New Transparency Requirements for Swiss Companies

By Stéphane Konkoly

Posted: 5th June 2015 09:28

In response to the FATF Recommendations 2012, the Swiss Parliament promulgated a new law in December 2014 which purports to combat money laundering more effectively.  This law will likely enter into force on 1 July 2015 for the most part (with some provisions applying as from 1 January 2016 only) and will in particular impose new transparency requirements for non-listed Swiss companies.
 
Disclosure of identity for acquirers of bearer shares
 
Acquirers of bearer shares of a Swiss company will have to disclose their identity and address, together with evidence of the acquisition and ID resp. commercial register excerpt, within one month from the acquisition and keep such information up-to-date.  There is no threshold: The acquisition of even one share triggers the obligation to disclose.
 
This obligation does not apply to:

 - Listed companies;
 - Shares issued as intermediated securities if the depository is located in Switzerland.
 
Identification of the beneficial owner
 
Acquirers of bearer or registered shares of a Swiss company will have to disclose the name and address of the beneficial owner of the shares within one month from the acquisition.  This only applies if, after the acquisition, the acquirer (acting alone or in concert with third parties) holds shares representing 25% or more of the share capital or of the voting rights of the company.  The beneficial owner disclosed must be a natural person; legal entities must be looked through for the purpose of disclosure.  The shareholder has to keep such information up-to-date.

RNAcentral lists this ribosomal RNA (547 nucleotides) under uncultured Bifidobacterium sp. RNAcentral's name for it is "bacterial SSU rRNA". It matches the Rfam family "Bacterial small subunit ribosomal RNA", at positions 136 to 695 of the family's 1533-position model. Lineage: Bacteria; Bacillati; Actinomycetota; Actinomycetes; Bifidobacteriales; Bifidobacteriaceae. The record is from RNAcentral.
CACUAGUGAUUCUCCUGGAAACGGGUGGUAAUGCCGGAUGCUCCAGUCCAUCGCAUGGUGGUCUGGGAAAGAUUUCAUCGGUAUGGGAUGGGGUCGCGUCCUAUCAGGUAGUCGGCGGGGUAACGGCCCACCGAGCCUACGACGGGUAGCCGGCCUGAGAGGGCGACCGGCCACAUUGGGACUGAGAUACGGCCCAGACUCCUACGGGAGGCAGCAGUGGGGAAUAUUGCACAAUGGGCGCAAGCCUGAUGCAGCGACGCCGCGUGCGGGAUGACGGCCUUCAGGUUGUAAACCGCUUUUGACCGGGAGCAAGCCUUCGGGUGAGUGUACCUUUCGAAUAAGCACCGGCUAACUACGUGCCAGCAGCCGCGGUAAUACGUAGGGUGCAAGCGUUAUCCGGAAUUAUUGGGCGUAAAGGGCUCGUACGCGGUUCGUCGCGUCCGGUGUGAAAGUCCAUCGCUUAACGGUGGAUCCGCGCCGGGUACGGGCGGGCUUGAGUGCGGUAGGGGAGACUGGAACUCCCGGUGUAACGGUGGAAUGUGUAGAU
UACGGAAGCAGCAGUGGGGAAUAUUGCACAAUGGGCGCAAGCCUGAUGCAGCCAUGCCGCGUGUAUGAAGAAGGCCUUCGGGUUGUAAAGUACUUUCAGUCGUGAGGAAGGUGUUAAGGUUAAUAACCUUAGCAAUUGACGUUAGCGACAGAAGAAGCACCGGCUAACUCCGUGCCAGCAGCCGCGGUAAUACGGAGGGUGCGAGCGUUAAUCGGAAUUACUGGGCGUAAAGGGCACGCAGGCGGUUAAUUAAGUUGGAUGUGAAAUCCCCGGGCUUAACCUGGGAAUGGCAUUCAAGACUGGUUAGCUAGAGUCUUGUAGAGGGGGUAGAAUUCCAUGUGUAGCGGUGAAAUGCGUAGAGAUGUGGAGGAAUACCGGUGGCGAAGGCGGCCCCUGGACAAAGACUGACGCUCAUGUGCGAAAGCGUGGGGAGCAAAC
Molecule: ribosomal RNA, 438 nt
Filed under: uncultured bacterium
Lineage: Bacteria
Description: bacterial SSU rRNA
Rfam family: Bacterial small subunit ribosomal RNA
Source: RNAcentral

This obligation does not apply to:
 - Listed companies;
 - Shares issued as intermediated securities if the depository is located in Switzerland.
 
Addressee of disclosure
 
Shareholders must disclose their identity and the identity of the beneficial owners to the company.
However, the general assembly can decide that such disclosure has to be made to a financial intermediary according to the Anti-Money Laundering Act.  [Note: The articles of association can delegate such power to the board of directors.] Pursuant to the wording of the law, this can only be used for disclosure in relation to bearer shares: Identity of beneficial owner of registered shares can be disclosed to the company only.
 
New register to be kept
 
The company (or the financial intermediary, if applicable) must keep a register of the holders of bearer shares and of the beneficial owners disclosed, mentioning their name and address and, for holders of bearer shares, their nationality and date of birth.
 
Such register must be accessible in Switzerland.  Supporting documents provided for the disclosure must be kept as long as a person appears on the list and 10 years thereafter.
 
Consequences of breach